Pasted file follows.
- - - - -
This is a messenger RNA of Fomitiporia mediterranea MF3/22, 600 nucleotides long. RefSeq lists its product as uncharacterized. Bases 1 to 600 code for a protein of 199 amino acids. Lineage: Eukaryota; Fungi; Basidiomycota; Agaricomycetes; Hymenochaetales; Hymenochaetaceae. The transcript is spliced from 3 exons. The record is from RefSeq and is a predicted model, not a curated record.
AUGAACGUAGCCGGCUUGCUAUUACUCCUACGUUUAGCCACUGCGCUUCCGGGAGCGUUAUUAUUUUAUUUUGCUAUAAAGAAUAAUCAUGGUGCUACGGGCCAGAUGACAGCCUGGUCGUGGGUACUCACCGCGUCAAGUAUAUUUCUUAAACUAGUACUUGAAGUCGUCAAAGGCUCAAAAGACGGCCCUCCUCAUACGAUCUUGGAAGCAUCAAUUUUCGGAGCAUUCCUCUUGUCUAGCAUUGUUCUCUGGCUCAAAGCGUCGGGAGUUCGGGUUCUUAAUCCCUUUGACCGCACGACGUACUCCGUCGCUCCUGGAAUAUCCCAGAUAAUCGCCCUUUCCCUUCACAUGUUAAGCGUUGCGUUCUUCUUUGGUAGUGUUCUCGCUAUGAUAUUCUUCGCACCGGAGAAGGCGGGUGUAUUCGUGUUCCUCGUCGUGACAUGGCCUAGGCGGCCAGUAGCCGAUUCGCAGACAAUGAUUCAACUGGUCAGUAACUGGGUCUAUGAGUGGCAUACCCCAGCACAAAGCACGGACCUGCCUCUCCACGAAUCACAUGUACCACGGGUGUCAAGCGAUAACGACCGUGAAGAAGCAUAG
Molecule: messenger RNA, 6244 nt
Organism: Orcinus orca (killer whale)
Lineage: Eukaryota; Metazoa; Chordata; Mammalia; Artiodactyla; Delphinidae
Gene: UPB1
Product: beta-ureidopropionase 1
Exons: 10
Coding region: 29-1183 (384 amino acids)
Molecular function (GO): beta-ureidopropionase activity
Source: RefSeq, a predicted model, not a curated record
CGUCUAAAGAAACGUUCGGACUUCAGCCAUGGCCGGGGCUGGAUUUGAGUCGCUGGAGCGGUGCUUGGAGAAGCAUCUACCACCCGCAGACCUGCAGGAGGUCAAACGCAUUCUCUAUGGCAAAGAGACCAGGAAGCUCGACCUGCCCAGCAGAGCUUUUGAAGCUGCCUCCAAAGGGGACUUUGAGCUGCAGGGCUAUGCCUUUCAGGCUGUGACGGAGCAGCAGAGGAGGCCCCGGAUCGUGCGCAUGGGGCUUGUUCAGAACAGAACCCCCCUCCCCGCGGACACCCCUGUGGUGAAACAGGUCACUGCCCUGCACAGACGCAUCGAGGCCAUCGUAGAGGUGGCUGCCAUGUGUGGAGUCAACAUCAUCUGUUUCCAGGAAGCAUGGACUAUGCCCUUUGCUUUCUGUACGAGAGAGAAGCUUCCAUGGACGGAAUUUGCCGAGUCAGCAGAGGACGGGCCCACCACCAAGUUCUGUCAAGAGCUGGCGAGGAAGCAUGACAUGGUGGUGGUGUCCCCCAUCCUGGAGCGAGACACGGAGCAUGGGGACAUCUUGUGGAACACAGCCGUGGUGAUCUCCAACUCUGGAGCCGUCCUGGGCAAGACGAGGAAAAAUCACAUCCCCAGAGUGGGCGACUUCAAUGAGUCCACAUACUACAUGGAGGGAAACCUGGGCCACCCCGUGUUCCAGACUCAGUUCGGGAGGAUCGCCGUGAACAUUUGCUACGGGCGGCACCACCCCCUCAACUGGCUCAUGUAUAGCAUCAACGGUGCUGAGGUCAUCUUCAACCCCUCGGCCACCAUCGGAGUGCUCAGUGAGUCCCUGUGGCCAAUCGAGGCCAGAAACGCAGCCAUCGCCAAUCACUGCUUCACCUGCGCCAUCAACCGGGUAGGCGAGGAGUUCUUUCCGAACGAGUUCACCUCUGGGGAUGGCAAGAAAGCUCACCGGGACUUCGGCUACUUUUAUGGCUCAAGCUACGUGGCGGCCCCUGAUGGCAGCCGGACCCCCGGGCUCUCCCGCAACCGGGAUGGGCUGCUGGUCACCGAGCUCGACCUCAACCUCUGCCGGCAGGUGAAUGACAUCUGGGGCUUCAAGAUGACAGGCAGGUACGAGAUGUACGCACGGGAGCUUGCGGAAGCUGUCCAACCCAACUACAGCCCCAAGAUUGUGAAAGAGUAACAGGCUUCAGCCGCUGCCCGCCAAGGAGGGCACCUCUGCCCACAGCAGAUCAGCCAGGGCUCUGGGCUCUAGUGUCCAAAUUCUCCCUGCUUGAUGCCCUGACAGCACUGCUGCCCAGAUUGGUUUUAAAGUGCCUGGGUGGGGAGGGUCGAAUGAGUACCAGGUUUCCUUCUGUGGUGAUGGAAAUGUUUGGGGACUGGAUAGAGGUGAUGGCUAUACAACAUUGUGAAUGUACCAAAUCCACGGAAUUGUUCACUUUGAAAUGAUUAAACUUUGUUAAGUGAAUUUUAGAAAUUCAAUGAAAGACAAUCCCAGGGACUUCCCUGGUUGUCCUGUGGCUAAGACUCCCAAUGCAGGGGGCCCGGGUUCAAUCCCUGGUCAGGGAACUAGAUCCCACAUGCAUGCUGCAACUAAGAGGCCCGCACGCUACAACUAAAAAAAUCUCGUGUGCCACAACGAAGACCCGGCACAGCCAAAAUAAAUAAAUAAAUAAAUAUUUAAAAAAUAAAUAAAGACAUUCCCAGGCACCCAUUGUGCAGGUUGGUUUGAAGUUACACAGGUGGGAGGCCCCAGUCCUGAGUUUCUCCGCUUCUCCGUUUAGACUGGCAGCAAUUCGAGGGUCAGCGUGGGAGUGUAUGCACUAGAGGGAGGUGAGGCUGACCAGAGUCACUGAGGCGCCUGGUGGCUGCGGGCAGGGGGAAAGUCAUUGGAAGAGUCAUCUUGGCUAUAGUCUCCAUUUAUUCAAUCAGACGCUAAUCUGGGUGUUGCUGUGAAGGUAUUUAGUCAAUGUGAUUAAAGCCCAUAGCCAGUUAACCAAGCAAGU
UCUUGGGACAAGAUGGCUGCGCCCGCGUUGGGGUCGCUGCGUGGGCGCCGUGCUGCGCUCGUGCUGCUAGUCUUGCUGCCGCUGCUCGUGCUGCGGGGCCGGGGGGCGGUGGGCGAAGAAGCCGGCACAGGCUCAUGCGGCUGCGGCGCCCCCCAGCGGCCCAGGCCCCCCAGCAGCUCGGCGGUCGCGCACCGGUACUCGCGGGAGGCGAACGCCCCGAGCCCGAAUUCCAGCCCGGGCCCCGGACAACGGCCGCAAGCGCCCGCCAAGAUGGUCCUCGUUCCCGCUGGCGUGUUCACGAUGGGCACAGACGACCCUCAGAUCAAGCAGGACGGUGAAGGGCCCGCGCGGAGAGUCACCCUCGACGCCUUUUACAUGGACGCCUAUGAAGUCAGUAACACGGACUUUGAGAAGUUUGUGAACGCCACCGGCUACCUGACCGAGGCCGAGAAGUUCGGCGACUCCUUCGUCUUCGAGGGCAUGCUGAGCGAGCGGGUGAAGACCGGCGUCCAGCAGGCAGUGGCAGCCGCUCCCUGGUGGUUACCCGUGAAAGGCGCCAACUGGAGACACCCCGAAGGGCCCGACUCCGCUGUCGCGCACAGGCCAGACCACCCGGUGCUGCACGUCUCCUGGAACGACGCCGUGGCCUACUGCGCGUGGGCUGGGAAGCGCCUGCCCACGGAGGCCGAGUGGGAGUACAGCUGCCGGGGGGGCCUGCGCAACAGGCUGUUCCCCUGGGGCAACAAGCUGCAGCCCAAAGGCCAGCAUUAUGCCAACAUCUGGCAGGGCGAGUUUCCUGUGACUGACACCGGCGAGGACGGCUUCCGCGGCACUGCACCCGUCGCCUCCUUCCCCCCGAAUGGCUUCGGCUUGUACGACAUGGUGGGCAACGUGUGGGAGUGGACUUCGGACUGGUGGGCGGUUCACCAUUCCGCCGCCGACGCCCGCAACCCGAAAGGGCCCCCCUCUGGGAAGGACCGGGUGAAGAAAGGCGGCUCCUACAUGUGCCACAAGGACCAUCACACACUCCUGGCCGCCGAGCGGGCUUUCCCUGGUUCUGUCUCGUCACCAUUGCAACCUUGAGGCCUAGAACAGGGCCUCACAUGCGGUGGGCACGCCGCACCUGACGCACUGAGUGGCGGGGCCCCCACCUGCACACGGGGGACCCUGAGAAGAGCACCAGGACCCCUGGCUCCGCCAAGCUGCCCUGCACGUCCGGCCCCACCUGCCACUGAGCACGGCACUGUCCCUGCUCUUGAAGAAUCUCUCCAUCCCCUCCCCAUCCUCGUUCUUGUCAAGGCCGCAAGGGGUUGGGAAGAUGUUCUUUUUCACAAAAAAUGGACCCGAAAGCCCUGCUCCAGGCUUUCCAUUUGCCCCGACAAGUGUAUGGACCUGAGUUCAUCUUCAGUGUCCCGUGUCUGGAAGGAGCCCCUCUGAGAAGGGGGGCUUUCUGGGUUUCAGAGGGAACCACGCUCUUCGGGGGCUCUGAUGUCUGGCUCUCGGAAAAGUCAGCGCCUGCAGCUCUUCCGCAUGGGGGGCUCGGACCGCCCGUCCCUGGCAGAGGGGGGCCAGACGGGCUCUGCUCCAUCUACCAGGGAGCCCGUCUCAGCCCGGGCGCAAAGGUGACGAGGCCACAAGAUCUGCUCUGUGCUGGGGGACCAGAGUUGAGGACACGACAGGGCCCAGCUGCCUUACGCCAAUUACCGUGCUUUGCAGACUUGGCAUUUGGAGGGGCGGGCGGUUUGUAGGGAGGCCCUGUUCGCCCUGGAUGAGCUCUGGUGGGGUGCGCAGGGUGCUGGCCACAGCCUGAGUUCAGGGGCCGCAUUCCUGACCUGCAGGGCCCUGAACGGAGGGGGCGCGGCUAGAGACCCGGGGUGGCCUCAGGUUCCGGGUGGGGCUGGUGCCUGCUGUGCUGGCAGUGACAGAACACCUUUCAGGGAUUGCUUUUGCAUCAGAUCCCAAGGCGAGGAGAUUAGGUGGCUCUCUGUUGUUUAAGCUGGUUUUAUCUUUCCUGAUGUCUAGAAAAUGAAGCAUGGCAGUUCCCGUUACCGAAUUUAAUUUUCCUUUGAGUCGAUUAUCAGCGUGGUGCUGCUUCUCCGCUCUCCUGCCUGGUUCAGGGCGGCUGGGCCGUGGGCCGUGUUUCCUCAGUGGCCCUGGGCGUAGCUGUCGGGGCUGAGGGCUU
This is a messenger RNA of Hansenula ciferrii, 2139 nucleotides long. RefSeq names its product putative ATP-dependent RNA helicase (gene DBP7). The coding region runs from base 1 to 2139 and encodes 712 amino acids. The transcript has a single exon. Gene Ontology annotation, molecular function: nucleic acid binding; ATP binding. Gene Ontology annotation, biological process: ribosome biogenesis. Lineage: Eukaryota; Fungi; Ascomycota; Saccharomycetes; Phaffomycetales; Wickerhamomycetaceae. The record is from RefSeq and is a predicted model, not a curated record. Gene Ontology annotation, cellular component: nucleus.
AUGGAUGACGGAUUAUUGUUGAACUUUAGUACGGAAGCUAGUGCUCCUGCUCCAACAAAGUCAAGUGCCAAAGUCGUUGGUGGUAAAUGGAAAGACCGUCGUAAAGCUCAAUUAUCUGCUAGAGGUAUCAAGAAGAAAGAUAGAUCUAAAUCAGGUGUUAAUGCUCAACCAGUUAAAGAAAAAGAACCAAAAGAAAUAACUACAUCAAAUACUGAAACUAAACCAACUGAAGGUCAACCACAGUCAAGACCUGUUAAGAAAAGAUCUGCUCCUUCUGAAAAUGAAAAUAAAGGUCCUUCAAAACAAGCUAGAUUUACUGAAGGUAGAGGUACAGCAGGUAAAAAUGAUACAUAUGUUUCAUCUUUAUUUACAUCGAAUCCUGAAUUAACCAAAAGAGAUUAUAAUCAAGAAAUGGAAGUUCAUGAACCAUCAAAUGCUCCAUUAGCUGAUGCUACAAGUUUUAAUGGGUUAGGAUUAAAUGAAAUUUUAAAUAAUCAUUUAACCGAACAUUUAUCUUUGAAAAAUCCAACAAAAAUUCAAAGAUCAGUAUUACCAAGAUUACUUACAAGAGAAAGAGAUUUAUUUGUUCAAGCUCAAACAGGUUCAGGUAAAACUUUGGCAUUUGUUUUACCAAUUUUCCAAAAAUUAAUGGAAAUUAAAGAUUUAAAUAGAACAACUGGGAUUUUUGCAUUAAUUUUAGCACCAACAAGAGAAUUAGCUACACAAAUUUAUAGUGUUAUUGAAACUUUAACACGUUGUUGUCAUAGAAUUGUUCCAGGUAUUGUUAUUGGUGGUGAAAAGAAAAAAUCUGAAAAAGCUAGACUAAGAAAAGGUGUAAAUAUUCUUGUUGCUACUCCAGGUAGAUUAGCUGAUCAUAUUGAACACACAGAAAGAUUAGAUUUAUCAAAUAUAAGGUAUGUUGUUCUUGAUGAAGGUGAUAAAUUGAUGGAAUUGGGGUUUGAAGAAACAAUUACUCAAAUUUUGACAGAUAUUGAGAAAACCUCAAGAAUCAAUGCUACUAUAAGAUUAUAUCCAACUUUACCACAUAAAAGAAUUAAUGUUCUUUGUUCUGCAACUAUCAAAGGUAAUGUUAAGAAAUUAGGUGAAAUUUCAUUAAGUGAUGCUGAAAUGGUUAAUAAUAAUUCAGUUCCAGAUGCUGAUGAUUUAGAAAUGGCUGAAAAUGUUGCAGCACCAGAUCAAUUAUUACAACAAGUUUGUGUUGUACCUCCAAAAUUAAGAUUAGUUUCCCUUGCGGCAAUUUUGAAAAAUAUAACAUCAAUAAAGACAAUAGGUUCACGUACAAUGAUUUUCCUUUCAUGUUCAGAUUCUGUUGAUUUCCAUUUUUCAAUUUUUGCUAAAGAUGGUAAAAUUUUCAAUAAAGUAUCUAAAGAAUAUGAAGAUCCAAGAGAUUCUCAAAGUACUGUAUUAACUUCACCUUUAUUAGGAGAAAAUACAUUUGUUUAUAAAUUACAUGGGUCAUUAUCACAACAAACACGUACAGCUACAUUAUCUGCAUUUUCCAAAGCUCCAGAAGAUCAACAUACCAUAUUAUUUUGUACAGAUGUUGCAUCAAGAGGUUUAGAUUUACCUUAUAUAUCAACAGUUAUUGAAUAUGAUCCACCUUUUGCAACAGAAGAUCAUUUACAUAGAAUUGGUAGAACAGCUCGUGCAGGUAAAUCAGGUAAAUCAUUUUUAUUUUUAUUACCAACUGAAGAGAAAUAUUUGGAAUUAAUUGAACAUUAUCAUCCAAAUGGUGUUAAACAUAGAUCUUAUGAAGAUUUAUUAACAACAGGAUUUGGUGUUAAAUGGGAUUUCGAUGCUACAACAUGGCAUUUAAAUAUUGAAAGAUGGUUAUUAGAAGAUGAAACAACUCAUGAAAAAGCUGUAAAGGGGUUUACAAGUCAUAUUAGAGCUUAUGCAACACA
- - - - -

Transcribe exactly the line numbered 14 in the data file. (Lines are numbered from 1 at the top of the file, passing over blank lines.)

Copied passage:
This is a messenger RNA of Hansenula ciferrii, 2139 nucleotides long. RefSeq names its product putative ATP-dependent RNA helicase (gene DBP7). The coding region runs from base 1 to 2139 and encodes 712 amino acids. The transcript has a single exon. Gene Ontology annotation, molecular function: nucleic acid binding; ATP binding. Gene Ontology annotation, biological process: ribosome biogenesis. Lineage: Eukaryota; Fungi; Ascomycota; Saccharomycetes; Phaffomycetales; Wickerhamomycetaceae. The record is from RefSeq and is a predicted model, not a curated record. Gene Ontology annotation, cellular component: nucleus.